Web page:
The role of expert witnesses in trials is to be independently reviewed in an effort to prevent wrongful convictions.
The review will examine if courts are robust enough on expert evidence
The Criminal Cases Review Commission wants to see if lessons can be learned from convictions overturned due to flawed scientific or medical evidence.
Lawyer Bill O'Brien, of the University of Warwick, is to study some of the 7,300 cases referred to the commission.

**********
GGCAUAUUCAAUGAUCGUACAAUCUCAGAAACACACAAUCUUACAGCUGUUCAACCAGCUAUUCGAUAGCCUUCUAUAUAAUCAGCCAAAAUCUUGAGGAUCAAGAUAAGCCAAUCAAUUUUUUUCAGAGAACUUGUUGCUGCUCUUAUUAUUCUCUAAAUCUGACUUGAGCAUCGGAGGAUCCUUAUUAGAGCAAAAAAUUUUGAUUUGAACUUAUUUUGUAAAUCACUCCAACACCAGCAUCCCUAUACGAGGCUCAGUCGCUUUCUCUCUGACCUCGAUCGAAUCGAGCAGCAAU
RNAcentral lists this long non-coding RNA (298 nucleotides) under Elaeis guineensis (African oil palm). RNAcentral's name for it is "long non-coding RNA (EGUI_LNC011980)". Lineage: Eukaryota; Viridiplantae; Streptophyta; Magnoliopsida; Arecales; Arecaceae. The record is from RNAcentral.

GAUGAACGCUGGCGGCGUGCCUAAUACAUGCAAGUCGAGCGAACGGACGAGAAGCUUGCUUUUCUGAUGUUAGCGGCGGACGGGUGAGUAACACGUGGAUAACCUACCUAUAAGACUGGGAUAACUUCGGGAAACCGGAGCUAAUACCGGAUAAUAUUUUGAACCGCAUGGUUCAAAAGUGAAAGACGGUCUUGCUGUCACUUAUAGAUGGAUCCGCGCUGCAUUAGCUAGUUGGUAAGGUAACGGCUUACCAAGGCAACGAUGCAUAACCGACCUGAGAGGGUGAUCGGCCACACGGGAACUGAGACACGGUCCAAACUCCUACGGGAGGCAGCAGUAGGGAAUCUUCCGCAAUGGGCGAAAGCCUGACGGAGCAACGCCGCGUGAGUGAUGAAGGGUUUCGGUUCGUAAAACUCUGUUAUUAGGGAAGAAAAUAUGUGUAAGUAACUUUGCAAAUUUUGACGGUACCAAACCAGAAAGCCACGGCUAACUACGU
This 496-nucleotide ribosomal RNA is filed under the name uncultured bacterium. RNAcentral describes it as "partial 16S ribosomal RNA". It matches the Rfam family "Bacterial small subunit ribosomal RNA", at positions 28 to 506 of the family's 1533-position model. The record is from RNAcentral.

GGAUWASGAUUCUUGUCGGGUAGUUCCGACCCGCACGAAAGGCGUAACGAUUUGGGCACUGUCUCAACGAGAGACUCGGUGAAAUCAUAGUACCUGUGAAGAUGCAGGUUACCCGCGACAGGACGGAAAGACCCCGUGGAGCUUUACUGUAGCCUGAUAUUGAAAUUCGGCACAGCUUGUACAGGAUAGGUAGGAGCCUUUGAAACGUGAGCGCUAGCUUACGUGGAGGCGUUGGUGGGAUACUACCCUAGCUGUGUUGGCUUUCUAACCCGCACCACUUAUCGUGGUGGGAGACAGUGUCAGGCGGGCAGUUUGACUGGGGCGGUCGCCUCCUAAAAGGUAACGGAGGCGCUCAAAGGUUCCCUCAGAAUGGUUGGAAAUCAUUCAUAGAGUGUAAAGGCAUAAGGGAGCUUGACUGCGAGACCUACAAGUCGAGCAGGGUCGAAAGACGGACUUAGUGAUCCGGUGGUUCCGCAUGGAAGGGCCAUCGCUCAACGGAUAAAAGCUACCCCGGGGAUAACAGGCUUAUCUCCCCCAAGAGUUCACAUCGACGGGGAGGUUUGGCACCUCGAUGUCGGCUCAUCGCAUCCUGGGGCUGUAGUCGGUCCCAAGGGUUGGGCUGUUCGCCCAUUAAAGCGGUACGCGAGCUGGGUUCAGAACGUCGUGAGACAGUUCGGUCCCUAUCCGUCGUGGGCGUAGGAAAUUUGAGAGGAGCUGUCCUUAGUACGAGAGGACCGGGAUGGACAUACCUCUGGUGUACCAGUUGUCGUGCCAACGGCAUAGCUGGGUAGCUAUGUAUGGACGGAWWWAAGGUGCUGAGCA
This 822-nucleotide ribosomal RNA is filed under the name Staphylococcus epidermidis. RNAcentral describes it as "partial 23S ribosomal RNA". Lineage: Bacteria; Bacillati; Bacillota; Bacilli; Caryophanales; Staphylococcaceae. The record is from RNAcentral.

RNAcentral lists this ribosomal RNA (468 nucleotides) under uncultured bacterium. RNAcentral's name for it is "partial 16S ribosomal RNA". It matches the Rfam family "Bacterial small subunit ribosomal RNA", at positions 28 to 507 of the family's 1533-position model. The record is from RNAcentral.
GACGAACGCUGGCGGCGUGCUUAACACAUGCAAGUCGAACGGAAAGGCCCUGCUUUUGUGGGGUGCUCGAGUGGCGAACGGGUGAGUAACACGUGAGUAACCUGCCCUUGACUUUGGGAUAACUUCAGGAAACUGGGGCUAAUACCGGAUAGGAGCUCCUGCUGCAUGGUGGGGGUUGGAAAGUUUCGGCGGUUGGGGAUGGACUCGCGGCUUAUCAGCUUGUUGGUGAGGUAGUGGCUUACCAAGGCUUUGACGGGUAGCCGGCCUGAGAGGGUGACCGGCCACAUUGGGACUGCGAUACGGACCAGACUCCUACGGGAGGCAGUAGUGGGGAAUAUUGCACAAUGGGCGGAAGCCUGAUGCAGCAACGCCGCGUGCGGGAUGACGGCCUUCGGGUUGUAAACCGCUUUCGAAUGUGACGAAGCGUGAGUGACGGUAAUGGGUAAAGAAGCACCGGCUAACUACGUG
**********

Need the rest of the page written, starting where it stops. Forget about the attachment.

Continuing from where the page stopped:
He will examine whether experts are putting forward views that are implausible or too partisan.
This is the first time the commission, which examines potential miscarriages of justice, is opening up its files to somebody outside the organisation.
Mr O'Brien will also consider whether courts should be more robust about the expert evidence they allow to be heard.
He has cited the case of Mark Dallagher, who was convicted of murder on the basis of an ear print left at the scene, but cleared after seven years in jail when the reliability of that evidence was called into question.